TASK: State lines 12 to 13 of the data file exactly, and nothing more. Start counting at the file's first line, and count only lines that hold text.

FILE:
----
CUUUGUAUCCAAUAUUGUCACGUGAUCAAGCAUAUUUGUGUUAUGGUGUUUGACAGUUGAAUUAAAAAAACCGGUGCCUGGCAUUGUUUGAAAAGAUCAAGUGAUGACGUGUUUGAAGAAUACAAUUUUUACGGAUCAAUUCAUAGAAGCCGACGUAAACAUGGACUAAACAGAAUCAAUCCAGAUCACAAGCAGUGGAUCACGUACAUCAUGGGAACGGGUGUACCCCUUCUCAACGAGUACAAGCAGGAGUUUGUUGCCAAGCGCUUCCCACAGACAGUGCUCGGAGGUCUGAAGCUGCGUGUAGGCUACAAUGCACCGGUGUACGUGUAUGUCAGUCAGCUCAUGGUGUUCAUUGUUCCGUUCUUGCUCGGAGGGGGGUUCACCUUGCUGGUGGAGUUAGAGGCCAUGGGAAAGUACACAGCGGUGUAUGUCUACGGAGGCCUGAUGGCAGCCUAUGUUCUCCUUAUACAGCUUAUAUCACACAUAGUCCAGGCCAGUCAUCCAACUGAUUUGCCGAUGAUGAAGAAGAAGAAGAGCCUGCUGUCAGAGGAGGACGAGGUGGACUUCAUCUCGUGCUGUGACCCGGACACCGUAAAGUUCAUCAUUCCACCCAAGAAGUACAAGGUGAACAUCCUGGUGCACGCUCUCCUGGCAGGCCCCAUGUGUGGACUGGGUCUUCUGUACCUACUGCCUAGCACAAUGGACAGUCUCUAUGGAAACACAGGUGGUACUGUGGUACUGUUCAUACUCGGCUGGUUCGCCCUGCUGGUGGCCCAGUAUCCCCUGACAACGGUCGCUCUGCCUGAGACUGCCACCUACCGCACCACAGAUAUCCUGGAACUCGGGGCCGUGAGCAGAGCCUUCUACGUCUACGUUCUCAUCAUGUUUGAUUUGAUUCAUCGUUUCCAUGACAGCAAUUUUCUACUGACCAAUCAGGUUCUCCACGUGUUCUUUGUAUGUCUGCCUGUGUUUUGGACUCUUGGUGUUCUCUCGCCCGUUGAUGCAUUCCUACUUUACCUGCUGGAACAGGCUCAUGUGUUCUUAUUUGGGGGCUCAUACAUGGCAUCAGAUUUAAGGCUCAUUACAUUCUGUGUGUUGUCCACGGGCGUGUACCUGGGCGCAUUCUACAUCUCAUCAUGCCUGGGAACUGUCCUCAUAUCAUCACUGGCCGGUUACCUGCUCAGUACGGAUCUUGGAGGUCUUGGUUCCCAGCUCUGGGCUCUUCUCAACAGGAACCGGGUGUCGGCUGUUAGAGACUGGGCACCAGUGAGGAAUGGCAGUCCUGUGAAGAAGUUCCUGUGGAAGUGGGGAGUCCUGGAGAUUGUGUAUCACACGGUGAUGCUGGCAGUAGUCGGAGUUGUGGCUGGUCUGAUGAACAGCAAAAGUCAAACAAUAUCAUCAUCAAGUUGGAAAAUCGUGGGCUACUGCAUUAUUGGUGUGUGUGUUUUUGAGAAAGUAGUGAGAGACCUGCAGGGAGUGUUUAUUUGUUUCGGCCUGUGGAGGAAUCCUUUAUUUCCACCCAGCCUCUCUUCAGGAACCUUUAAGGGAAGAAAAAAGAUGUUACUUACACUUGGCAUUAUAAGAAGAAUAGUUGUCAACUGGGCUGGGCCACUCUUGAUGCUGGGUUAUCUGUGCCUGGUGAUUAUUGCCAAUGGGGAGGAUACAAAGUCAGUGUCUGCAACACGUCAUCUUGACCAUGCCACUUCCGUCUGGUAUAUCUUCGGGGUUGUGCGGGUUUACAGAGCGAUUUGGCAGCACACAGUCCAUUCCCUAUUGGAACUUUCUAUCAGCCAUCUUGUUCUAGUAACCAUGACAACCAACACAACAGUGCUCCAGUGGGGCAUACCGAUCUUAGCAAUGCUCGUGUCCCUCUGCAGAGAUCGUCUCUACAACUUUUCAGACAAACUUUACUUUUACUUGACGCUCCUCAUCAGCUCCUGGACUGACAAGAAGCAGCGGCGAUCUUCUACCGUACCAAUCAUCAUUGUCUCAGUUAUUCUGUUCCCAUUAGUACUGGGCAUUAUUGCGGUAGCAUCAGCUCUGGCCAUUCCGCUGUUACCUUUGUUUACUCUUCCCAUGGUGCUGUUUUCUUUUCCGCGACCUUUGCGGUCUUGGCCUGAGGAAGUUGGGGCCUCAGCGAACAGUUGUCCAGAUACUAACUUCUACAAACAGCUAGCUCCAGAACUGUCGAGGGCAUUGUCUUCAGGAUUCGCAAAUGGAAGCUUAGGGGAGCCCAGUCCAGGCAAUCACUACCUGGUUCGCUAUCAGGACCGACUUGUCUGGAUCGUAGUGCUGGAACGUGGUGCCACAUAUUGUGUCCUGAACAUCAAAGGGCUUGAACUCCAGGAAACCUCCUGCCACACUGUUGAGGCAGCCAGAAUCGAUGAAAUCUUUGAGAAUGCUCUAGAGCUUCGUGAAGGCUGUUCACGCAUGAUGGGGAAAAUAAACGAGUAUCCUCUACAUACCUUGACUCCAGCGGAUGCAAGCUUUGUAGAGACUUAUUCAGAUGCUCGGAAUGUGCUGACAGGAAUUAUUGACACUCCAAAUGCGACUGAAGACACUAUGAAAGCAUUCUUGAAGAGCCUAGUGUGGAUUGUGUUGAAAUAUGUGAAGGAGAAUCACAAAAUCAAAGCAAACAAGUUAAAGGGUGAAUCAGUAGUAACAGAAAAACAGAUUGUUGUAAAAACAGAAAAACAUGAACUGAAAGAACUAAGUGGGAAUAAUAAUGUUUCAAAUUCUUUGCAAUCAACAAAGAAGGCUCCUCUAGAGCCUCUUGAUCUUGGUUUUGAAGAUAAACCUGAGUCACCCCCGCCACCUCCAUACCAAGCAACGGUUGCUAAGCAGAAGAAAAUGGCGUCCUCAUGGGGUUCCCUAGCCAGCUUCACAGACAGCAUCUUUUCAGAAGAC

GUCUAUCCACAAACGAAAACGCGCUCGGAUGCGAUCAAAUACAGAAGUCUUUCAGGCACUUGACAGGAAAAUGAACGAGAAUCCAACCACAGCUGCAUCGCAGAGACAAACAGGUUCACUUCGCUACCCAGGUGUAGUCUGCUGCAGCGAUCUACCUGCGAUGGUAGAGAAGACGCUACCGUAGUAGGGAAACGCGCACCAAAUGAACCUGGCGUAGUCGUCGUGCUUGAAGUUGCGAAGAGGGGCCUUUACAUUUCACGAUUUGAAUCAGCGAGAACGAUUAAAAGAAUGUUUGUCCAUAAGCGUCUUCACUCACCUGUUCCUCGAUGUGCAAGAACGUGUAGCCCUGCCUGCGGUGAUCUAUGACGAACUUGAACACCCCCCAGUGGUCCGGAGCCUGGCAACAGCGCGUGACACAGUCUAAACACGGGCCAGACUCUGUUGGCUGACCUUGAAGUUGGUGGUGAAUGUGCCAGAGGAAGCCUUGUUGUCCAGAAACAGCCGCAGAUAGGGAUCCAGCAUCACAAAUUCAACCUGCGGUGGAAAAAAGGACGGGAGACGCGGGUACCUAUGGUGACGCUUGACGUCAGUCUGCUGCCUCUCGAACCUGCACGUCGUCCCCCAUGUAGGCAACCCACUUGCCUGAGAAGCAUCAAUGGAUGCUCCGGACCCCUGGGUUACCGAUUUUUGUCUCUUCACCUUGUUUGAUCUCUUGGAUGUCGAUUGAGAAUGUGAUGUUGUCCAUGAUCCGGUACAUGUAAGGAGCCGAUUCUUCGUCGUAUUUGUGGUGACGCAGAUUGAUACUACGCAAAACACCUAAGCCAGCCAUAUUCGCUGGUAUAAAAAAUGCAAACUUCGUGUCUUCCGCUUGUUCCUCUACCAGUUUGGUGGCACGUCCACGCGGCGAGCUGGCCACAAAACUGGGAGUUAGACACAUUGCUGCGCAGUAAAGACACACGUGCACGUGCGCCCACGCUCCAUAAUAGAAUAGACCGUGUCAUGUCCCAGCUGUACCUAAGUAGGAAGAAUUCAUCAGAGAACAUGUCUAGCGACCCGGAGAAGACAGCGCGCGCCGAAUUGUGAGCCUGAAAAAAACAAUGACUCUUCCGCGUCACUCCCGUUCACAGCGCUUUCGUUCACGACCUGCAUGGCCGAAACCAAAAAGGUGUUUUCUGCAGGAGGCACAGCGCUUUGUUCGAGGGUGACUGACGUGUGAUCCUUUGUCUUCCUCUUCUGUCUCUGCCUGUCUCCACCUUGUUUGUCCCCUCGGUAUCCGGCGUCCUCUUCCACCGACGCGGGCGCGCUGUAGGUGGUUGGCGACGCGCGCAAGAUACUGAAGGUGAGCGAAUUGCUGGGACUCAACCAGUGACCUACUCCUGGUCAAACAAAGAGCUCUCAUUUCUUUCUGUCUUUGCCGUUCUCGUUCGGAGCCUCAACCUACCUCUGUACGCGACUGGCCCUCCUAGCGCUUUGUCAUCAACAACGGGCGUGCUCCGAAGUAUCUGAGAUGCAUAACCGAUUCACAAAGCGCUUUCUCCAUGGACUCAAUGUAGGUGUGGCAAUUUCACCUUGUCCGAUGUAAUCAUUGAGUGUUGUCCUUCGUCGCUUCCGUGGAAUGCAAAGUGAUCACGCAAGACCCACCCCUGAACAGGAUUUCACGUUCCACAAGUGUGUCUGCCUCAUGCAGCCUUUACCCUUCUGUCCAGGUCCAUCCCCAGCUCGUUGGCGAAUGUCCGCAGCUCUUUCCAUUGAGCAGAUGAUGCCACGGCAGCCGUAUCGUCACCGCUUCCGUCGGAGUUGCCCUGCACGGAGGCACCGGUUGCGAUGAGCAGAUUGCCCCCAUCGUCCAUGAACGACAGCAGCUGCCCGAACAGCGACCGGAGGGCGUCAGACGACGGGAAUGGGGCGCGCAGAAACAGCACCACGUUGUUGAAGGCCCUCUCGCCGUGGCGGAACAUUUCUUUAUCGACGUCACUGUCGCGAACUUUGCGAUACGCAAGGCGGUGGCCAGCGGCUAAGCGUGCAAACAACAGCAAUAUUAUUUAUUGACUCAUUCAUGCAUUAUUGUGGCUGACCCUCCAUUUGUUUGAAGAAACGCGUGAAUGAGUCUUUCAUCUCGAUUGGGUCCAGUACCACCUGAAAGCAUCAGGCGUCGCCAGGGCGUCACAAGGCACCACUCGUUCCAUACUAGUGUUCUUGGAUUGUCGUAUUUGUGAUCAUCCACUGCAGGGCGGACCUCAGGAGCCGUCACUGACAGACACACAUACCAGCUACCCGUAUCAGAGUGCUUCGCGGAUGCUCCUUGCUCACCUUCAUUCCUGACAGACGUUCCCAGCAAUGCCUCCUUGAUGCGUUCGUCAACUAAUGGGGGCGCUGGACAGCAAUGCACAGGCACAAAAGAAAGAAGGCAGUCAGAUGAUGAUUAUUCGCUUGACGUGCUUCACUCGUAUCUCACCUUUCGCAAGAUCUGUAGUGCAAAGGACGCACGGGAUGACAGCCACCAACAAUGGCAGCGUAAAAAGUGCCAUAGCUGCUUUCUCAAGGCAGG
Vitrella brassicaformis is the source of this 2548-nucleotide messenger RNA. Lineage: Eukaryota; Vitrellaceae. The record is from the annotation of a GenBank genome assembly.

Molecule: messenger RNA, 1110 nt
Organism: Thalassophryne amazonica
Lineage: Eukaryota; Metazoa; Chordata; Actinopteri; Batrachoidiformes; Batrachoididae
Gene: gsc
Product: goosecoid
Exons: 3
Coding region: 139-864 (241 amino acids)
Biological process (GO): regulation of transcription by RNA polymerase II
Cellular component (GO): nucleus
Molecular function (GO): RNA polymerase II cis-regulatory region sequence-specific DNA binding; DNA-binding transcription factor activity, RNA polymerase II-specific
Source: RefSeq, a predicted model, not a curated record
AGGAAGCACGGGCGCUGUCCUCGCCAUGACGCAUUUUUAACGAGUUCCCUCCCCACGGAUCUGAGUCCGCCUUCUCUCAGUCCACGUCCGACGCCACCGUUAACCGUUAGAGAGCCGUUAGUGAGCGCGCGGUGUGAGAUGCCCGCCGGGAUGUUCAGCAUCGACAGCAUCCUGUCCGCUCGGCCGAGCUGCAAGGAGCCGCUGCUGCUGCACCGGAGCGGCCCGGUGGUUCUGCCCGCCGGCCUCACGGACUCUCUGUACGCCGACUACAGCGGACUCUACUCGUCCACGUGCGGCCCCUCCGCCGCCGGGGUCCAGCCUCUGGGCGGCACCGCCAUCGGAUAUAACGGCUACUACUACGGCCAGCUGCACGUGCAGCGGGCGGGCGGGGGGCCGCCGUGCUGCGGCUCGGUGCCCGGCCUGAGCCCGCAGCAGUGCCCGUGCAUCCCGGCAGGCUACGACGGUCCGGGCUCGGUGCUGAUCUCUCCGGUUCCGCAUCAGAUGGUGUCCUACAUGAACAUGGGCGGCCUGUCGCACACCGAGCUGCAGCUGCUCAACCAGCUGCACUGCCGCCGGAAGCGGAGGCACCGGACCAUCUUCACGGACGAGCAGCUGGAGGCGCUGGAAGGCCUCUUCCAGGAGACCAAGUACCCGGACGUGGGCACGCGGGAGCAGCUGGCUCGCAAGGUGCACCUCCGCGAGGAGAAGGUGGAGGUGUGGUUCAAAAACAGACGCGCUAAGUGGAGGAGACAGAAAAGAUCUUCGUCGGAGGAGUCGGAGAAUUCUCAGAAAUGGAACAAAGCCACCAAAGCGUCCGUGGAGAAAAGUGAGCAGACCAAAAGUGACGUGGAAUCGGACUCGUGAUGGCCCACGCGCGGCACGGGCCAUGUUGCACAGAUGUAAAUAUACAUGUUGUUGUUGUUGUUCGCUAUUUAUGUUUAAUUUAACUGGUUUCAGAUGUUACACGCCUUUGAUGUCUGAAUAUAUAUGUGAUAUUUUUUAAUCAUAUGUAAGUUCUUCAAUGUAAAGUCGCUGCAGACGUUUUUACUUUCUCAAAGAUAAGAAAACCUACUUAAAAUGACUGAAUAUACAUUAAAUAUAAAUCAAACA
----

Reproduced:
Cellular component (GO): nucleus
Molecular function (GO): RNA polymerase II cis-regulatory region sequence-specific DNA binding; DNA-binding transcription factor activity, RNA polymerase II-specific